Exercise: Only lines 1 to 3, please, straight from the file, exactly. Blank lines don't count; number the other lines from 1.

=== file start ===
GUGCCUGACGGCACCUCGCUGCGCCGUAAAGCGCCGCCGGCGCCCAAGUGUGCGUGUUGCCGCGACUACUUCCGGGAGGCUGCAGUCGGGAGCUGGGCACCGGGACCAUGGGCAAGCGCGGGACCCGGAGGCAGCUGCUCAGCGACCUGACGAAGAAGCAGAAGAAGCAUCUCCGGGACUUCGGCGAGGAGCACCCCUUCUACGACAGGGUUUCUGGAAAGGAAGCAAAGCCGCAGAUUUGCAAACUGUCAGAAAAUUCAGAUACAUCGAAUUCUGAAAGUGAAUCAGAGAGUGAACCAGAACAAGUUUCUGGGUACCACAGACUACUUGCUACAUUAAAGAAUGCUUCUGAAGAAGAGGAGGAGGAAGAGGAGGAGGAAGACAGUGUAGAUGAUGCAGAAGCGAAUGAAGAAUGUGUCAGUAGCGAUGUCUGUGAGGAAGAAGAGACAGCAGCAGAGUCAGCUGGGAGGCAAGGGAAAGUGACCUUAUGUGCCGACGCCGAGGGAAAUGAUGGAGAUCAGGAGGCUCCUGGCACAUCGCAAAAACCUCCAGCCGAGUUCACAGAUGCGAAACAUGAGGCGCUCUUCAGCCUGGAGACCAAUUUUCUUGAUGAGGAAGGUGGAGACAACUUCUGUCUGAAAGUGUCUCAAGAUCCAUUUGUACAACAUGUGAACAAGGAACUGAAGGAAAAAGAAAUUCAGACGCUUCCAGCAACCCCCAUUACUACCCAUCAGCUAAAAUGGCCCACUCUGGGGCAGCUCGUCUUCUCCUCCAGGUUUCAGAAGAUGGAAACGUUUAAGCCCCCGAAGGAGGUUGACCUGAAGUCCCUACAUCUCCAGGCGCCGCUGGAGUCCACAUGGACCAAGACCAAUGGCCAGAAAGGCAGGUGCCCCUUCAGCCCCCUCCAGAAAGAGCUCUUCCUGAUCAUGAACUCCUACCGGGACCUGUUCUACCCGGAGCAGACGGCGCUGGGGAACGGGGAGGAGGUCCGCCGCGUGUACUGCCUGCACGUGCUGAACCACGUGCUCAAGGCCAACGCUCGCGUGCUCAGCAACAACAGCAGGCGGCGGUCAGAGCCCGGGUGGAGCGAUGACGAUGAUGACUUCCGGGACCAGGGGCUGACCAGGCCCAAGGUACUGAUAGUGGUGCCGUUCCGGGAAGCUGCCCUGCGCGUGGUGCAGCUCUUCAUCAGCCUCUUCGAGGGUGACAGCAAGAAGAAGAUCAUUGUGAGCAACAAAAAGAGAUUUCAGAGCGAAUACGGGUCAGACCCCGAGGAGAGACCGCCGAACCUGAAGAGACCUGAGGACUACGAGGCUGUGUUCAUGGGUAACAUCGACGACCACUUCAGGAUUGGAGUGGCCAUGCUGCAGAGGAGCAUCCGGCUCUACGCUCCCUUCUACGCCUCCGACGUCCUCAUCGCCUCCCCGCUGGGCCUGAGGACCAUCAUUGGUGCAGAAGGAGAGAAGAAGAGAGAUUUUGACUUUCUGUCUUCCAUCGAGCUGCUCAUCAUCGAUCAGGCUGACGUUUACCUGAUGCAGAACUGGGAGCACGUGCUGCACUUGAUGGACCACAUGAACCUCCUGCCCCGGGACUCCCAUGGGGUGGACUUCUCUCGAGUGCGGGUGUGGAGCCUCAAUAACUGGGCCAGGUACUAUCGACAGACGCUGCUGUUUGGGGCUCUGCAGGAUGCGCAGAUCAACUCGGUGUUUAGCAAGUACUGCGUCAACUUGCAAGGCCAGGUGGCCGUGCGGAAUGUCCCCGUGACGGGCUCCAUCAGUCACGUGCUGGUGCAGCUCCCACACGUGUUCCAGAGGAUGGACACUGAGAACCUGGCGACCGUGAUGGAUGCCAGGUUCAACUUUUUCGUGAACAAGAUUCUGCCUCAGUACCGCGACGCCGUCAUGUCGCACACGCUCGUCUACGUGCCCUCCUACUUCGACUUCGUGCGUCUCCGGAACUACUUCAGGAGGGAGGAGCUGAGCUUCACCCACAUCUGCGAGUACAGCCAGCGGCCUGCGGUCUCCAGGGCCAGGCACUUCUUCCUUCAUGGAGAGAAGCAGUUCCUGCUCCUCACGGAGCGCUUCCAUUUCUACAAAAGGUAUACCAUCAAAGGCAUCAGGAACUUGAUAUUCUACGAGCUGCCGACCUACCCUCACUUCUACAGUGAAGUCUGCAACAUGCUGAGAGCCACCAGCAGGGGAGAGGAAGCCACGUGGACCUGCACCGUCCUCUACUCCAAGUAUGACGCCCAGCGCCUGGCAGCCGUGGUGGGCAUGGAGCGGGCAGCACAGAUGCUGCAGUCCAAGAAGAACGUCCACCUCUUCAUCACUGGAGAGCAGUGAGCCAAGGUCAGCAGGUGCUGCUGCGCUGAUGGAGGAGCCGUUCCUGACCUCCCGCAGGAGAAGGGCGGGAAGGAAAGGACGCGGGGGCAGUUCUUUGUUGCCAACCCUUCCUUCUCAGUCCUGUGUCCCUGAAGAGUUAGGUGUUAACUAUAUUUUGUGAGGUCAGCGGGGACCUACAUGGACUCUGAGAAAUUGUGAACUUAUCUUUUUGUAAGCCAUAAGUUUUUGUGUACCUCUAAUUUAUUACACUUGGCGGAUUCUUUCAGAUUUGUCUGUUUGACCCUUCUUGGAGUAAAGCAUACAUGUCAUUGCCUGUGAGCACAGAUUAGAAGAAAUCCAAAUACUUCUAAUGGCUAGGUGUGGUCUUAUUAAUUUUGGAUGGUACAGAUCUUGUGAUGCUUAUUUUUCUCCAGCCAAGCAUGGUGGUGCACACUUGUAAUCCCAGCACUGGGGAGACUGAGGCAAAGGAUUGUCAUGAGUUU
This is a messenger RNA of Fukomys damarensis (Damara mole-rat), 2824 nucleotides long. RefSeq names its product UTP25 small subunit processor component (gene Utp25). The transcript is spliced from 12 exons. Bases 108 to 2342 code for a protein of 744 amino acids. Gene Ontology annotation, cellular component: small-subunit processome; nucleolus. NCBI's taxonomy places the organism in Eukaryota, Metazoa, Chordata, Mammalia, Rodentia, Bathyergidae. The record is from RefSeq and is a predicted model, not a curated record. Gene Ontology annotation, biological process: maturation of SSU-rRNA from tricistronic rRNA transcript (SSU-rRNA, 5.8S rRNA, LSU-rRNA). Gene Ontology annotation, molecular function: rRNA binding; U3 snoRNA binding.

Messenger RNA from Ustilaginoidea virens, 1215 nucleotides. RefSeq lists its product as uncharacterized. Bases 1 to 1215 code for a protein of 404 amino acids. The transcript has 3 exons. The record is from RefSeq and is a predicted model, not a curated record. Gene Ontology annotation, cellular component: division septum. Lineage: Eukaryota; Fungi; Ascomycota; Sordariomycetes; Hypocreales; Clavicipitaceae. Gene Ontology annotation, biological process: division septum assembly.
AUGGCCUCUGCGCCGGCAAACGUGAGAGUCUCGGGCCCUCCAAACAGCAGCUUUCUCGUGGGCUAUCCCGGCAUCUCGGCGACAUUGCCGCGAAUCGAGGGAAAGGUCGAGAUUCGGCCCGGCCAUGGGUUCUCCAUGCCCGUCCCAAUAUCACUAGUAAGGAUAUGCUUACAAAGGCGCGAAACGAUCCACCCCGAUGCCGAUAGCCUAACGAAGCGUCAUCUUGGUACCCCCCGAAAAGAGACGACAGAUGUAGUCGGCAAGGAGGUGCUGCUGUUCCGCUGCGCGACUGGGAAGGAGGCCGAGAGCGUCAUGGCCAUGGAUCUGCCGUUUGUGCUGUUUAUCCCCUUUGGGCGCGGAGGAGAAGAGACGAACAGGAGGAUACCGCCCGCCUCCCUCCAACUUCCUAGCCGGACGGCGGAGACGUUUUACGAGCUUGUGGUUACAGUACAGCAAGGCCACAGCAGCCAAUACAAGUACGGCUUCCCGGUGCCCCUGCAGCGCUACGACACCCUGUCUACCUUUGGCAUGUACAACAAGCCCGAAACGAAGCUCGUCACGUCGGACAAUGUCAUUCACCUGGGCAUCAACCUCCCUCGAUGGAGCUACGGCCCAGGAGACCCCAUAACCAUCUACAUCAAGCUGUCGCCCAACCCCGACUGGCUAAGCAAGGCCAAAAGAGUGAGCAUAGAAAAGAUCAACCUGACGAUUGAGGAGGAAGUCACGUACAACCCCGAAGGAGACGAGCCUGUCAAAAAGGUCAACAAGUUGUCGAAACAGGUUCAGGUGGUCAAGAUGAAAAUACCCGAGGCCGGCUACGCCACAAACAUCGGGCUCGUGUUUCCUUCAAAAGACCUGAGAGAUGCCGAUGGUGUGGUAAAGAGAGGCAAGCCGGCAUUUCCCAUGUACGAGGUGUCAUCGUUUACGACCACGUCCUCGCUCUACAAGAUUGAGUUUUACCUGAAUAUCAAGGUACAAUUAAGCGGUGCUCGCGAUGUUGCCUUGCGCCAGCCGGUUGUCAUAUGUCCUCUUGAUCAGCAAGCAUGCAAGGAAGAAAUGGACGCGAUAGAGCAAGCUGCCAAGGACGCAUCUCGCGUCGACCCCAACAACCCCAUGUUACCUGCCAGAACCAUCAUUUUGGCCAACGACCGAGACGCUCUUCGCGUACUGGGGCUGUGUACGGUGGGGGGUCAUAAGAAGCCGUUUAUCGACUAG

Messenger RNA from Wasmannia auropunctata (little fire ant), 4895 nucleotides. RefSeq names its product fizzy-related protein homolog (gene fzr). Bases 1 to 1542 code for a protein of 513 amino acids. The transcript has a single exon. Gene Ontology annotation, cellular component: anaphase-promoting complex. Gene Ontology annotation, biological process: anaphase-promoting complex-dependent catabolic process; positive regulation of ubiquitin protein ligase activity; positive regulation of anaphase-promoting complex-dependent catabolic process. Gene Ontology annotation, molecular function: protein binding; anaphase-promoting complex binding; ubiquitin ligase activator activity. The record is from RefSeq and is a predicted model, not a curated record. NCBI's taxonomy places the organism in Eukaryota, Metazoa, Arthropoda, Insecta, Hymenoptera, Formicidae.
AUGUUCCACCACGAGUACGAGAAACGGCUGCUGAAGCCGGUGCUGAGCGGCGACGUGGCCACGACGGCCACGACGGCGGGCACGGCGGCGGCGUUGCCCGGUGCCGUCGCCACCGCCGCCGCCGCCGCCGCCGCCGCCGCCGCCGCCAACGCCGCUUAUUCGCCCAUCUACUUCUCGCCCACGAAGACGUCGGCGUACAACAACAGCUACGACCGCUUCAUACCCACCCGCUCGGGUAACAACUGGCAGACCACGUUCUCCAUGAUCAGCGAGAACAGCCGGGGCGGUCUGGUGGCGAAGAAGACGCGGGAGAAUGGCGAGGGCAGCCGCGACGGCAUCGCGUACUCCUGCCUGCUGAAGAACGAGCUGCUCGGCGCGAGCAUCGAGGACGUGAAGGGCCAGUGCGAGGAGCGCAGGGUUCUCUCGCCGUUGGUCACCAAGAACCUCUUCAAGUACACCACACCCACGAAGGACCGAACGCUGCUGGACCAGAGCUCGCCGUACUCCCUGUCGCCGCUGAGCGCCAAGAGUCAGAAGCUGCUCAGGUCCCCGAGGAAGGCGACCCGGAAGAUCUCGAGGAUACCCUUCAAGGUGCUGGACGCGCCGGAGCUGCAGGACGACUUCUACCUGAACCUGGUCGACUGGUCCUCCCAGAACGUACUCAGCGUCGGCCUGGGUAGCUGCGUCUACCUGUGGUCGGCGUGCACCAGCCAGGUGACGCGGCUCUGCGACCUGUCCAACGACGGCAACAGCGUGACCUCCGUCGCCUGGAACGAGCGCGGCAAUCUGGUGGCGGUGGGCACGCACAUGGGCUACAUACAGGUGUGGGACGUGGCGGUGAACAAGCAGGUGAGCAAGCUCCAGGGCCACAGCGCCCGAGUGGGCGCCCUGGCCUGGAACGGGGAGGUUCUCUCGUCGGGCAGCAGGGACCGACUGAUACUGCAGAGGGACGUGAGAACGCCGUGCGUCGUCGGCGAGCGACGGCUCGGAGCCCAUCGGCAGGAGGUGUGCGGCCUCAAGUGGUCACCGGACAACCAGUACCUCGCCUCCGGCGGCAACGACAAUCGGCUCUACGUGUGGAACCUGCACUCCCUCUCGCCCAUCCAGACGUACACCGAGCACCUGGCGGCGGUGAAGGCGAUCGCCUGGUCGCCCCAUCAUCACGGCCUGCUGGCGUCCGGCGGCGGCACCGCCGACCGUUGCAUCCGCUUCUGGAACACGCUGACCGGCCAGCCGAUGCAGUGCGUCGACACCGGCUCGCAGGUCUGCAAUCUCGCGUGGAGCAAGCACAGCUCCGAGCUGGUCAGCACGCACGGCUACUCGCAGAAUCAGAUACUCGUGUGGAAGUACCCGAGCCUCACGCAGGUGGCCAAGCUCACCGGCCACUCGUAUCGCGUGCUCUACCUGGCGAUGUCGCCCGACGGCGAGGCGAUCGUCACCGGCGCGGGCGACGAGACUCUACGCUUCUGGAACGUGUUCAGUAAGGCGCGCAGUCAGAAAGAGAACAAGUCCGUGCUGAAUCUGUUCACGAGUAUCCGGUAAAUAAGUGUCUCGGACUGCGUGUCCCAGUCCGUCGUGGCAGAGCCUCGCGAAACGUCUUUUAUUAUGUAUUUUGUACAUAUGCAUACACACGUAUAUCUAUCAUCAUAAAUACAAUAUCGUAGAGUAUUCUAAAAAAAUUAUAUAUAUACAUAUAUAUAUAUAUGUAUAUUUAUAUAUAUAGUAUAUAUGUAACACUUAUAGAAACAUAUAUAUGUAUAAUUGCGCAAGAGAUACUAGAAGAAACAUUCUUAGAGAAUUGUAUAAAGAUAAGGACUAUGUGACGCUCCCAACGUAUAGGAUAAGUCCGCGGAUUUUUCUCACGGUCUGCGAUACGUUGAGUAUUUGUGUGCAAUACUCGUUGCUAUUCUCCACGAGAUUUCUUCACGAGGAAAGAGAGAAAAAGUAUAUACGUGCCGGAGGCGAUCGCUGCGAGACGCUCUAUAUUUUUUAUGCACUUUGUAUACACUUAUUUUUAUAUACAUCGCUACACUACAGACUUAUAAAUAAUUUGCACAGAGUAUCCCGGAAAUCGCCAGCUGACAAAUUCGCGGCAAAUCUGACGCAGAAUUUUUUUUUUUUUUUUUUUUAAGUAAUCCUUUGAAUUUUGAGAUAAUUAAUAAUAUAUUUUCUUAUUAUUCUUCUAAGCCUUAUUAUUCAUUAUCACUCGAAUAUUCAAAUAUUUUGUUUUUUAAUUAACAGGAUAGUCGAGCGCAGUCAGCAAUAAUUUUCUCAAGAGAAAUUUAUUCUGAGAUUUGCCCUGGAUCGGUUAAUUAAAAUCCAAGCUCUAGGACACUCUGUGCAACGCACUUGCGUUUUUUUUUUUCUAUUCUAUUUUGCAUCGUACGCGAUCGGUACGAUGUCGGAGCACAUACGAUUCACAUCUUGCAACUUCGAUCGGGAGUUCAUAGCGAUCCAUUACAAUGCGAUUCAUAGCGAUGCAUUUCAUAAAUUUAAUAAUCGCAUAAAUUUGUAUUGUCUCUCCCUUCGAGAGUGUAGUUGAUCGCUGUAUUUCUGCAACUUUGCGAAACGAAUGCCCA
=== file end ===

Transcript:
GUGCCUGACGGCACCUCGCUGCGCCGUAAAGCGCCGCCGGCGCCCAAGUGUGCGUGUUGCCGCGACUACUUCCGGGAGGCUGCAGUCGGGAGCUGGGCACCGGGACCAUGGGCAAGCGCGGGACCCGGAGGCAGCUGCUCAGCGACCUGACGAAGAAGCAGAAGAAGCAUCUCCGGGACUUCGGCGAGGAGCACCCCUUCUACGACAGGGUUUCUGGAAAGGAAGCAAAGCCGCAGAUUUGCAAACUGUCAGAAAAUUCAGAUACAUCGAAUUCUGAAAGUGAAUCAGAGAGUGAACCAGAACAAGUUUCUGGGUACCACAGACUACUUGCUACAUUAAAGAAUGCUUCUGAAGAAGAGGAGGAGGAAGAGGAGGAGGAAGACAGUGUAGAUGAUGCAGAAGCGAAUGAAGAAUGUGUCAGUAGCGAUGUCUGUGAGGAAGAAGAGACAGCAGCAGAGUCAGCUGGGAGGCAAGGGAAAGUGACCUUAUGUGCCGACGCCGAGGGAAAUGAUGGAGAUCAGGAGGCUCCUGGCACAUCGCAAAAACCUCCAGCCGAGUUCACAGAUGCGAAACAUGAGGCGCUCUUCAGCCUGGAGACCAAUUUUCUUGAUGAGGAAGGUGGAGACAACUUCUGUCUGAAAGUGUCUCAAGAUCCAUUUGUACAACAUGUGAACAAGGAACUGAAGGAAAAAGAAAUUCAGACGCUUCCAGCAACCCCCAUUACUACCCAUCAGCUAAAAUGGCCCACUCUGGGGCAGCUCGUCUUCUCCUCCAGGUUUCAGAAGAUGGAAACGUUUAAGCCCCCGAAGGAGGUUGACCUGAAGUCCCUACAUCUCCAGGCGCCGCUGGAGUCCACAUGGACCAAGACCAAUGGCCAGAAAGGCAGGUGCCCCUUCAGCCCCCUCCAGAAAGAGCUCUUCCUGAUCAUGAACUCCUACCGGGACCUGUUCUACCCGGAGCAGACGGCGCUGGGGAACGGGGAGGAGGUCCGCCGCGUGUACUGCCUGCACGUGCUGAACCACGUGCUCAAGGCCAACGCUCGCGUGCUCAGCAACAACAGCAGGCGGCGGUCAGAGCCCGGGUGGAGCGAUGACGAUGAUGACUUCCGGGACCAGGGGCUGACCAGGCCCAAGGUACUGAUAGUGGUGCCGUUCCGGGAAGCUGCCCUGCGCGUGGUGCAGCUCUUCAUCAGCCUCUUCGAGGGUGACAGCAAGAAGAAGAUCAUUGUGAGCAACAAAAAGAGAUUUCAGAGCGAAUACGGGUCAGACCCCGAGGAGAGACCGCCGAACCUGAAGAGACCUGAGGACUACGAGGCUGUGUUCAUGGGUAACAUCGACGACCACUUCAGGAUUGGAGUGGCCAUGCUGCAGAGGAGCAUCCGGCUCUACGCUCCCUUCUACGCCUCCGACGUCCUCAUCGCCUCCCCGCUGGGCCUGAGGACCAUCAUUGGUGCAGAAGGAGAGAAGAAGAGAGAUUUUGACUUUCUGUCUUCCAUCGAGCUGCUCAUCAUCGAUCAGGCUGACGUUUACCUGAUGCAGAACUGGGAGCACGUGCUGCACUUGAUGGACCACAUGAACCUCCUGCCCCGGGACUCCCAUGGGGUGGACUUCUCUCGAGUGCGGGUGUGGAGCCUCAAUAACUGGGCCAGGUACUAUCGACAGACGCUGCUGUUUGGGGCUCUGCAGGAUGCGCAGAUCAACUCGGUGUUUAGCAAGUACUGCGUCAACUUGCAAGGCCAGGUGGCCGUGCGGAAUGUCCCCGUGACGGGCUCCAUCAGUCACGUGCUGGUGCAGCUCCCACACGUGUUCCAGAGGAUGGACACUGAGAACCUGGCGACCGUGAUGGAUGCCAGGUUCAACUUUUUCGUGAACAAGAUUCUGCCUCAGUACCGCGACGCCGUCAUGUCGCACACGCUCGUCUACGUGCCCUCCUACUUCGACUUCGUGCGUCUCCGGAACUACUUCAGGAGGGAGGAGCUGAGCUUCACCCACAUCUGCGAGUACAGCCAGCGGCCUGCGGUCUCCAGGGCCAGGCACUUCUUCCUUCAUGGAGAGAAGCAGUUCCUGCUCCUCACGGAGCGCUUCCAUUUCUACAAAAGGUAUACCAUCAAAGGCAUCAGGAACUUGAUAUUCUACGAGCUGCCGACCUACCCUCACUUCUACAGUGAAGUCUGCAACAUGCUGAGAGCCACCAGCAGGGGAGAGGAAGCCACGUGGACCUGCACCGUCCUCUACUCCAAGUAUGACGCCCAGCGCCUGGCAGCCGUGGUGGGCAUGGAGCGGGCAGCACAGAUGCUGCAGUCCAAGAAGAACGUCCACCUCUUCAUCACUGGAGAGCAGUGAGCCAAGGUCAGCAGGUGCUGCUGCGCUGAUGGAGGAGCCGUUCCUGACCUCCCGCAGGAGAAGGGCGGGAAGGAAAGGACGCGGGGGCAGUUCUUUGUUGCCAACCCUUCCUUCUCAGUCCUGUGUCCCUGAAGAGUUAGGUGUUAACUAUAUUUUGUGAGGUCAGCGGGGACCUACAUGGACUCUGAGAAAUUGUGAACUUAUCUUUUUGUAAGCCAUAAGUUUUUGUGUACCUCUAAUUUAUUACACUUGGCGGAUUCUUUCAGAUUUGUCUGUUUGACCCUUCUUGGAGUAAAGCAUACAUGUCAUUGCCUGUGAGCACAGAUUAGAAGAAAUCCAAAUACUUCUAAUGGCUAGGUGUGGUCUUAUUAAUUUUGGAUGGUACAGAUCUUGUGAUGCUUAUUUUUCUCCAGCCAAGCAUGGUGGUGCACACUUGUAAUCCCAGCACUGGGGAGACUGAGGCAAAGGAUUGUCAUGAGUUU
This is a messenger RNA of Fukomys damarensis (Damara mole-rat), 2824 nucleotides long. RefSeq names its product UTP25 small subunit processor component (gene Utp25). The transcript is spliced from 12 exons. Bases 108 to 2342 code for a protein of 744 amino acids. Gene Ontology annotation, cellular component: small-subunit processome; nucleolus. NCBI's taxonomy places the organism in Eukaryota, Metazoa, Chordata, Mammalia, Rodentia, Bathyergidae. The record is from RefSeq and is a predicted model, not a curated record. Gene Ontology annotation, biological process: maturation of SSU-rRNA from tricistronic rRNA transcript (SSU-rRNA, 5.8S rRNA, LSU-rRNA). Gene Ontology annotation, molecular function: rRNA binding; U3 snoRNA binding.

Messenger RNA from Ustilaginoidea virens, 1215 nucleotides. RefSeq lists its product as uncharacterized. Bases 1 to 1215 code for a protein of 404 amino acids. The transcript has 3 exons. The record is from RefSeq and is a predicted model, not a curated record. Gene Ontology annotation, cellular component: division septum. Lineage: Eukaryota; Fungi; Ascomycota; Sordariomycetes; Hypocreales; Clavicipitaceae. Gene Ontology annotation, biological process: division septum assembly.